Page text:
Such large SMBHs in the early matter dominated period of the universe does pose some interesting questions about the entropy of the early universe. Certainly during the inflationary period black hole formation is very unlikely as points of space move exponentially apart and drag mass-energy with them. The subsequent periods of radiation dominated phase does not favor black hole formation either. We might postulate black holes emerged in the most early phase, when the universe quantum tunneled out of the vacuum. However, the initial entropy of the universe would have been much larger. This poses serious problems in understanding cosmology. So how is it the universe from 10^6 to 10^9 years evolved in order to generate such large black holes and the entropy associated with their large event horizon areas?

    LC

    • zetetic elench October 10, 2012, 2:19 PM

      in other words, how did they get so freaken large so fast?
      a very large mystery.

      • lcrowell October 10, 2012, 2:51 PM

        That is about it. We image early distant galaxies and know that matter is clumping by gravity within 500 million after the big bang. Yet these proto-galaxies are small affairs. The earliest black holes probably formed with the supernova induced implosions of PopIII stars. These may have been up to several 10 solar masses. Somehow these turned into billion solar mass black holes within 1/2 to 1 billion years, and they may have grown fast right away.

        It is hard in a way to get stuff into a black hole. You can throw something at a black hole, but if you are slightly off that object will just go into an orbit around the black hole. There has to be some dissipation mechanism to cause objects to lose orbital energy and spiral in. Accretion disks do this, but contrary to expectation they throw the vast majority of matter away from the black hole. It is like trying to flush too much down the toilet; the darn thing backs up.

        So how did these 10 to maybe 50 solar mass black holes around 500 million years after the big bang turn into large black holes of 10^5 to 10^6 solar masses within maybe a 1 to 10 million years? These then continued to grow in some cases to 1 to 10 billion solar mass BHs.

        LC

        • newSteveZodiac October 10, 2012, 4:17 PM

          I have this vision of Pop. 3 stars going off like a string of firecrackers all over a compressed early universe.

        • magnus.nyborg October 11, 2012, 7:15 PM

          Maybe many of the first black holes was of the 500+Msun variety, caused by a full collapse (not explosion) of huge PopIII stars. Those could potentially develop inside a low angular momentum surrounding where the infall of additional matter could subsequently be ‘swallowed’ by the budding SMBH. Even more so if the angular momentum in the surroundings are conflicting with the black hole, or even if the infalling matter contains neighbouring budding SMBH’s that have developed in a similar fashion.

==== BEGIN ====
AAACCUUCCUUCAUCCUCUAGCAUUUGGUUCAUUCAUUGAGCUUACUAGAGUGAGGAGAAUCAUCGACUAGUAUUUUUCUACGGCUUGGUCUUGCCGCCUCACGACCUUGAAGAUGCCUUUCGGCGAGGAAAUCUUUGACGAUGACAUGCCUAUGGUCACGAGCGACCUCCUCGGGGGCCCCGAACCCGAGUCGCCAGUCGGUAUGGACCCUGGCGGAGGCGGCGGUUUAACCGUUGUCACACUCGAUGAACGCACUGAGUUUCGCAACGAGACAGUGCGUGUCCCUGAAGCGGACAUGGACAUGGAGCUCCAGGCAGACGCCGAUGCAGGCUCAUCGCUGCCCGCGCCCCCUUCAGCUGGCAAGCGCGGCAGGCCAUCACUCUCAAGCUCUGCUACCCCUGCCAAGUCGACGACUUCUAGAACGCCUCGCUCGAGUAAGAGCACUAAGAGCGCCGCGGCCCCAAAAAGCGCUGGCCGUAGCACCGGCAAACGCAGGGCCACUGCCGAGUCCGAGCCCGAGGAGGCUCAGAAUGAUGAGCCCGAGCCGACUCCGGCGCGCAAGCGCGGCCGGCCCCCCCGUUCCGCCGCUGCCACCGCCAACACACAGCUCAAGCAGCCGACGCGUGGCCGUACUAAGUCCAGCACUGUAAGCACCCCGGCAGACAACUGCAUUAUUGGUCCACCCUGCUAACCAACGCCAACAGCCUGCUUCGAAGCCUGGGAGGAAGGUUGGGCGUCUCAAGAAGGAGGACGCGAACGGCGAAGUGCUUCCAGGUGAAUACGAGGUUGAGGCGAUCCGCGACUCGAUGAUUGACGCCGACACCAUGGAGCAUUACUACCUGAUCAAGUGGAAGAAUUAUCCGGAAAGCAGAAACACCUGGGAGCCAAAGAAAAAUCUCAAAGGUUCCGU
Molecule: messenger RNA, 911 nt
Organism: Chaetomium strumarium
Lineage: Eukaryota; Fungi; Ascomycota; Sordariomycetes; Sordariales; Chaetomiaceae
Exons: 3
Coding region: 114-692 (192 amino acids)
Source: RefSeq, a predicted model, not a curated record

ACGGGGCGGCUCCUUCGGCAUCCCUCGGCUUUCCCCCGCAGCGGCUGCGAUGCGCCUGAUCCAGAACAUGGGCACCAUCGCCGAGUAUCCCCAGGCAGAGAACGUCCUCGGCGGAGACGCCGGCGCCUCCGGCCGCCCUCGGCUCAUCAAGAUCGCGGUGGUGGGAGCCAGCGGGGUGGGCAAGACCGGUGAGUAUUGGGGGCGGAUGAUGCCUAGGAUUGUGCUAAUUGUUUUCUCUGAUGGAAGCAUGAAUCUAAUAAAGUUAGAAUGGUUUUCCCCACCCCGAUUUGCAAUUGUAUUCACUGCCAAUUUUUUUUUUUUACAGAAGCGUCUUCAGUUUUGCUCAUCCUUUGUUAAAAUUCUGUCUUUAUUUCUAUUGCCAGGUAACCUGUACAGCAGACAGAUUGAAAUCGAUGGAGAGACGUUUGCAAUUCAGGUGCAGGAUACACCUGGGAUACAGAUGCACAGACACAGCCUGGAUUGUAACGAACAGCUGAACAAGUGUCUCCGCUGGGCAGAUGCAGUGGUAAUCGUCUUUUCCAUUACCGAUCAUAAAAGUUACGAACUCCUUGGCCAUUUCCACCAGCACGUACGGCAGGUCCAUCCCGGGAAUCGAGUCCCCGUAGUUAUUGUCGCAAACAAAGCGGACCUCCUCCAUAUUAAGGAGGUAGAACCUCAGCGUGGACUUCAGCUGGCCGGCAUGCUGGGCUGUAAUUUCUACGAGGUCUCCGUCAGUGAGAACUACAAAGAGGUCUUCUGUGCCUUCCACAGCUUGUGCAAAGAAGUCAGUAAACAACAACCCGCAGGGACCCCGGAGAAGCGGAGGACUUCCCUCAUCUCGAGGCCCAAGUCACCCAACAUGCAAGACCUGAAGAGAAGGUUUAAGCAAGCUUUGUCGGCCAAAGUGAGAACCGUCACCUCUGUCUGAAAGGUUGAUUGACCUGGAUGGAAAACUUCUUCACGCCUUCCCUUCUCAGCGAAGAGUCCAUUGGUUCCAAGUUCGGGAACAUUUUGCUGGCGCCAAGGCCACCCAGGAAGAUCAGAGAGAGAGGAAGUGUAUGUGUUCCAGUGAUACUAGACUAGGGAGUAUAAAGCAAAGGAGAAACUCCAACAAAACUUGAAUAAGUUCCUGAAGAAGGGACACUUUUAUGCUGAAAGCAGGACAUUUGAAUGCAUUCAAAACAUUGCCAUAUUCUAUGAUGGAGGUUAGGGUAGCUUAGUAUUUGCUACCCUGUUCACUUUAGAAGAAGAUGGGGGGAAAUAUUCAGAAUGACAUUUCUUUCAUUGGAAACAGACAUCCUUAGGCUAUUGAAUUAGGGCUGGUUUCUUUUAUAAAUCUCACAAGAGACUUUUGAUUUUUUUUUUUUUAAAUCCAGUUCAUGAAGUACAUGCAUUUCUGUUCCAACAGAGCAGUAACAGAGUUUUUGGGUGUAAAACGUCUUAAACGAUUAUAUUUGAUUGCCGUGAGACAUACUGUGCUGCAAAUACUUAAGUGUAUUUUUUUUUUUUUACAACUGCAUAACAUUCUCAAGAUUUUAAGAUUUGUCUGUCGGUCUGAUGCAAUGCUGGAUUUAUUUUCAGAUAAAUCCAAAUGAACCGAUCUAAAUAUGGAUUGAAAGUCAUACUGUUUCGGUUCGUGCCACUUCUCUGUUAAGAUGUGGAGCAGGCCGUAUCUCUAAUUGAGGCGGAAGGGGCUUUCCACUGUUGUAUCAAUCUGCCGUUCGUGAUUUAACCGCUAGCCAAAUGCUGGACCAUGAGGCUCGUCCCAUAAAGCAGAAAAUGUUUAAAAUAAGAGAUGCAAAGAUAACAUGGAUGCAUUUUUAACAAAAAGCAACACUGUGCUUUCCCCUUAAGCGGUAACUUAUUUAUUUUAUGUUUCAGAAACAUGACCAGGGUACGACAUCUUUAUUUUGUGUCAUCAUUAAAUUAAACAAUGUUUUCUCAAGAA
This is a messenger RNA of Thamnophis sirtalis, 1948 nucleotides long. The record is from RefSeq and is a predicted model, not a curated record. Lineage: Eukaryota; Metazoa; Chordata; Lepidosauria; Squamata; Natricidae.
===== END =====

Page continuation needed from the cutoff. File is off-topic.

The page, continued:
• lcrowell October 11, 2012, 7:59 PM

            There was a concept of the superstar that Fowler and Hoyle advanced way back in the 1960s. They proposed stars with up to a billion solar masses. People found these were not stable, and observations did not bear out their existence. While 10^9 solar masses is maybe too large, the idea might be revisited for smaller mass, say 10^3 to 10^6 solar masses. The solutions people looked at were static and further involved equations of state for material that make up ordinary stars. These solutions failed to be stable and the idea was abandoned.

            The idea though could be reconsidered (Hanford are you reading this?) for a more dynamical situation. Hydrogen and helium at 75% and 25% might accumulate in large clumps and evolve into a form of supersized PopIII stars. Most PopIII stars are considered to be a few 100 solar masses, largely because this is the limit of what is thought to be physically stable. Also PopIII star stability is hard to compute since hydrogen and helium have low opacities. As a result radiation produced in fusion is not held in the star by radiative scattering. So these are touchy objects to theoretically work with to start. However, a more dynamical PopIII star might be considered where far more matter is involved and the system is an imploding fusion plus black hole factory. The object might have rapidly imploding material in a fusion process at the core, but where the core growth is large enough to start forming a black hole. Maybe some decent sized black holes could come out of this.

            These data do suggest that 10^6 or maybe larger solar mass black holes evolved quickly at the end of the so called dark ages.

            LC

        • wjwbudro October 14, 2012, 12:13 AM

          If we ponder what “might have been” the BB singularity physical properties, why not consider these early black holes as remnants (shrapnel?) that refused to transition (decay?) into the stuff we see (and not see) that makes up our universal bubble.

          • lcrowell October 14, 2012, 12:49 PM